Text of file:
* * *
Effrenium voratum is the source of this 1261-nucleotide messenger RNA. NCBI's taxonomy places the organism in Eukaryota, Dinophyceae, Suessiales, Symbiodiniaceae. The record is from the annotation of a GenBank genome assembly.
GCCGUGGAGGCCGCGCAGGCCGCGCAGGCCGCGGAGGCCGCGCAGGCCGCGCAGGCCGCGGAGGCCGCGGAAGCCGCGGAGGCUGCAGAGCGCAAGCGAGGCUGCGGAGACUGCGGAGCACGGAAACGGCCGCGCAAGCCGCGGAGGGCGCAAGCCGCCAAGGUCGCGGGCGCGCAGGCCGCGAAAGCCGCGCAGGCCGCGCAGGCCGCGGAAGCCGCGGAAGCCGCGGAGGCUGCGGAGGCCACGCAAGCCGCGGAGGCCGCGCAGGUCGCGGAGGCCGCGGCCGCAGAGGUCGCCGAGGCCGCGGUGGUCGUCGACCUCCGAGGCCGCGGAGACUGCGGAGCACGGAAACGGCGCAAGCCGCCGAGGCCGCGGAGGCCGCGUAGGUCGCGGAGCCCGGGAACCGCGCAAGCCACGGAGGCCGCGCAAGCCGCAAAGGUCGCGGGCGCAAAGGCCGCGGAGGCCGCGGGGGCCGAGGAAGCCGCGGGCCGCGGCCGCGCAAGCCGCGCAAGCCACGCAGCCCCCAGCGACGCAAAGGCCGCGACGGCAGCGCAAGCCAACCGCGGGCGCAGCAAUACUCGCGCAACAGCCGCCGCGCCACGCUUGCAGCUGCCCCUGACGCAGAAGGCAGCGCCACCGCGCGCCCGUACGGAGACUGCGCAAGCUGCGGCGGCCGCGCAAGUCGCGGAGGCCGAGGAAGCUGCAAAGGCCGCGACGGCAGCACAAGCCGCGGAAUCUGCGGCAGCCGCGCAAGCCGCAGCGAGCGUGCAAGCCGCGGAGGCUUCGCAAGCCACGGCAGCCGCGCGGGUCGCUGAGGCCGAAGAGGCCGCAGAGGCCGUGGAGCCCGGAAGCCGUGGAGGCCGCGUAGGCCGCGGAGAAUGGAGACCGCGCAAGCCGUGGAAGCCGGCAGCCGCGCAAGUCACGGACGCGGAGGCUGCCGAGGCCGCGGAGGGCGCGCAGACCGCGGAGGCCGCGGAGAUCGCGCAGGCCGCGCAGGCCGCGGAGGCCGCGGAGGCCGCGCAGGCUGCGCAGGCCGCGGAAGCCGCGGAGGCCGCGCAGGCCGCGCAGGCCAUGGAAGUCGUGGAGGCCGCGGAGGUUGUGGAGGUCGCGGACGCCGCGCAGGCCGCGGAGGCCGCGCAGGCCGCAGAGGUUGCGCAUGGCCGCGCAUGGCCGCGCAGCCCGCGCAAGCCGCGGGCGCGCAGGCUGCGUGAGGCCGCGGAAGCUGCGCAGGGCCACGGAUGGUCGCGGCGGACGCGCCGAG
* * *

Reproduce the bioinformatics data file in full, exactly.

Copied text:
Effrenium voratum is the source of this 1261-nucleotide messenger RNA. NCBI's taxonomy places the organism in Eukaryota, Dinophyceae, Suessiales, Symbiodiniaceae. The record is from the annotation of a GenBank genome assembly.
GCCGUGGAGGCCGCGCAGGCCGCGCAGGCCGCGGAGGCCGCGCAGGCCGCGCAGGCCGCGGAGGCCGCGGAAGCCGCGGAGGCUGCAGAGCGCAAGCGAGGCUGCGGAGACUGCGGAGCACGGAAACGGCCGCGCAAGCCGCGGAGGGCGCAAGCCGCCAAGGUCGCGGGCGCGCAGGCCGCGAAAGCCGCGCAGGCCGCGCAGGCCGCGGAAGCCGCGGAAGCCGCGGAGGCUGCGGAGGCCACGCAAGCCGCGGAGGCCGCGCAGGUCGCGGAGGCCGCGGCCGCAGAGGUCGCCGAGGCCGCGGUGGUCGUCGACCUCCGAGGCCGCGGAGACUGCGGAGCACGGAAACGGCGCAAGCCGCCGAGGCCGCGGAGGCCGCGUAGGUCGCGGAGCCCGGGAACCGCGCAAGCCACGGAGGCCGCGCAAGCCGCAAAGGUCGCGGGCGCAAAGGCCGCGGAGGCCGCGGGGGCCGAGGAAGCCGCGGGCCGCGGCCGCGCAAGCCGCGCAAGCCACGCAGCCCCCAGCGACGCAAAGGCCGCGACGGCAGCGCAAGCCAACCGCGGGCGCAGCAAUACUCGCGCAACAGCCGCCGCGCCACGCUUGCAGCUGCCCCUGACGCAGAAGGCAGCGCCACCGCGCGCCCGUACGGAGACUGCGCAAGCUGCGGCGGCCGCGCAAGUCGCGGAGGCCGAGGAAGCUGCAAAGGCCGCGACGGCAGCACAAGCCGCGGAAUCUGCGGCAGCCGCGCAAGCCGCAGCGAGCGUGCAAGCCGCGGAGGCUUCGCAAGCCACGGCAGCCGCGCGGGUCGCUGAGGCCGAAGAGGCCGCAGAGGCCGUGGAGCCCGGAAGCCGUGGAGGCCGCGUAGGCCGCGGAGAAUGGAGACCGCGCAAGCCGUGGAAGCCGGCAGCCGCGCAAGUCACGGACGCGGAGGCUGCCGAGGCCGCGGAGGGCGCGCAGACCGCGGAGGCCGCGGAGAUCGCGCAGGCCGCGCAGGCCGCGGAGGCCGCGGAGGCCGCGCAGGCUGCGCAGGCCGCGGAAGCCGCGGAGGCCGCGCAGGCCGCGCAGGCCAUGGAAGUCGUGGAGGCCGCGGAGGUUGUGGAGGUCGCGGACGCCGCGCAGGCCGCGGAGGCCGCGCAGGCCGCAGAGGUUGCGCAUGGCCGCGCAUGGCCGCGCAGCCCGCGCAAGCCGCGGGCGCGCAGGCUGCGUGAGGCCGCGGAAGCUGCGCAGGGCCACGGAUGGUCGCGGCGGACGCGCCGAG